Assisting suicide is a subject about which many people have deeply held and sincere views – on both sides of the debate. My guidance will add to this debate.
Let me make it clear: only Parliament may change the criminal law. I am not able to do so and neither is any court. Neither am I able to provide individuals with a guarantee that they will not be prosecuted if they do or do not do certain acts.
In 1961, Parliament decided that committing suicide should not be a crime; but to protect the vulnerable, it also decided that those who assist another to commit suicide should be guilty of an offence. And again let me make it clear: this debate is not about legalising euthanasia. If an individual directly causes the death of another, the appropriate charge is murder or manslaughter.
But even in 1961, Parliament recognised that the ways in which people commit suicide and how others may assist are very varied. In order to bring some consistency to when proceedings should be brought Parliament required the Director of Public Prosecutions to consent to any prosecution.
It has never been the case in this country that every criminal offence for which there is sufficient evidence should be prosecuted. Parliament has given those who prosecute discretion whether to bring criminal proceedings depending on an evaluation of the public interest.
Of course, the criminal law must be upheld and prosecutions must be brought in appropriate cases. But we are proud of the way we temper justice with mercy. The discretion not to prosecute provides essential flexibility to prosecutors. Being able to translate the often blunt words of a criminal statute into a meaningful decision based on the individual facts of a case enables compassion to be shown where appropriate.
So the critical question I have considered is: what are the circumstances in which it is or is not in the public interest to prosecute a person against whom there is enough evidence to support the criminal offence of assisted suicide?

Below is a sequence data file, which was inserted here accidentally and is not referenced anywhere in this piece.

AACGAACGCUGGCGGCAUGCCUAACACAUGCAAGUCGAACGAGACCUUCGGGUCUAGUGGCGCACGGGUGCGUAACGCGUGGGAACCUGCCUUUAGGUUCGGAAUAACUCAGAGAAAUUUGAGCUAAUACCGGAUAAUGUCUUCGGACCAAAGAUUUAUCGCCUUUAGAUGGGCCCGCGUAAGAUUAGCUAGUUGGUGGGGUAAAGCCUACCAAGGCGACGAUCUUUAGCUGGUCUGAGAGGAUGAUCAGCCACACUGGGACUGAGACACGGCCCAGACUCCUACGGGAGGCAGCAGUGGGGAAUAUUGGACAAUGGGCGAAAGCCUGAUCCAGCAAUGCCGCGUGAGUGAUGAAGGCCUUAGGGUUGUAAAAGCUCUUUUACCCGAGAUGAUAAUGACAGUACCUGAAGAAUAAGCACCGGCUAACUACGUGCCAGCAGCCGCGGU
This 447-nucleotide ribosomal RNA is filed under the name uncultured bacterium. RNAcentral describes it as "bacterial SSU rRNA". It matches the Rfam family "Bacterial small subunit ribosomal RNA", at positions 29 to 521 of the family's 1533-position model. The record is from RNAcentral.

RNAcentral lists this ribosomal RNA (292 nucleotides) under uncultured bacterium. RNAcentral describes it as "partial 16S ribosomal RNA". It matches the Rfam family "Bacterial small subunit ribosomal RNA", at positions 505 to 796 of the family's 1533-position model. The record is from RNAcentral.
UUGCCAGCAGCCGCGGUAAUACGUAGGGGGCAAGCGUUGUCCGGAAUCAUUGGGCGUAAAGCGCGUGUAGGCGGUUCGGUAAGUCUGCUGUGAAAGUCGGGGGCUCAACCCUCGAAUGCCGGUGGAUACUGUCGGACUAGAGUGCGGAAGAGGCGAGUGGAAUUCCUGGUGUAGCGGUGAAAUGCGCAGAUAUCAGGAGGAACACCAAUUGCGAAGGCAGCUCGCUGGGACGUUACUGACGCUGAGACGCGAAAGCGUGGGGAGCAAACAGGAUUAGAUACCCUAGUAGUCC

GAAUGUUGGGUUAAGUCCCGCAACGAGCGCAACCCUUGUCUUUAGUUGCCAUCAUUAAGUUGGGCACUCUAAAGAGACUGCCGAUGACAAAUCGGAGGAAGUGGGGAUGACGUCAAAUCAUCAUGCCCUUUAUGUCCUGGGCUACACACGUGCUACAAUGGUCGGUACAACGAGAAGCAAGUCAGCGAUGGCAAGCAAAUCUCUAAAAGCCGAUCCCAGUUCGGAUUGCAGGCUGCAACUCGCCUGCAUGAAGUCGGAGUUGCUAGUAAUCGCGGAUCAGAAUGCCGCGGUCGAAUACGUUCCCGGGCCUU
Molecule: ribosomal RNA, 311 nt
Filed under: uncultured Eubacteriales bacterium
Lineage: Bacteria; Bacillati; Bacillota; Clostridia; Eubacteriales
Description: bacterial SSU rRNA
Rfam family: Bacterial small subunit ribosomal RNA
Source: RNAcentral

There are many factual circumstances: whether it is the accompanying of a loved one on a flight to Switzerland or what appears to be a suicide pact between an elderly couple in which one of them has survived.
I have already indicated that acting with compassion and assisting someone who had a clear and settled intent to commit suicide would be factors against prosecution. But would it make a difference if a person was under the age of 18? Does it matter if the person who dies was not suffering from a terminal illness or severe degenerative condition, or if they had a mental illness or learning difficulty?
Are any of these factors more worthy of sympathy than a criminal trial?
If you answer “Yes”, you are exercising your discretion whether to prosecute. I think these factors do make a difference, and I will be setting out exactly how later on today.
I am also opening a public consultation on these guidelines and I am keen to hear from all those who want to contribute to the debate.
Starmer, Keir. (23rd of September, 2009). Why I am clarifying the law on suicide, by Keir Starmer, Director of Public Prosecutions. The Telegraph. Retrieved from: http://www.telegraph.co.uk/news/politics/6219464/Why-I-am-clarifying-the-law-on-assisted-suicide-by-Keir-Starmer-Director-of-Public-Prosecuitions.html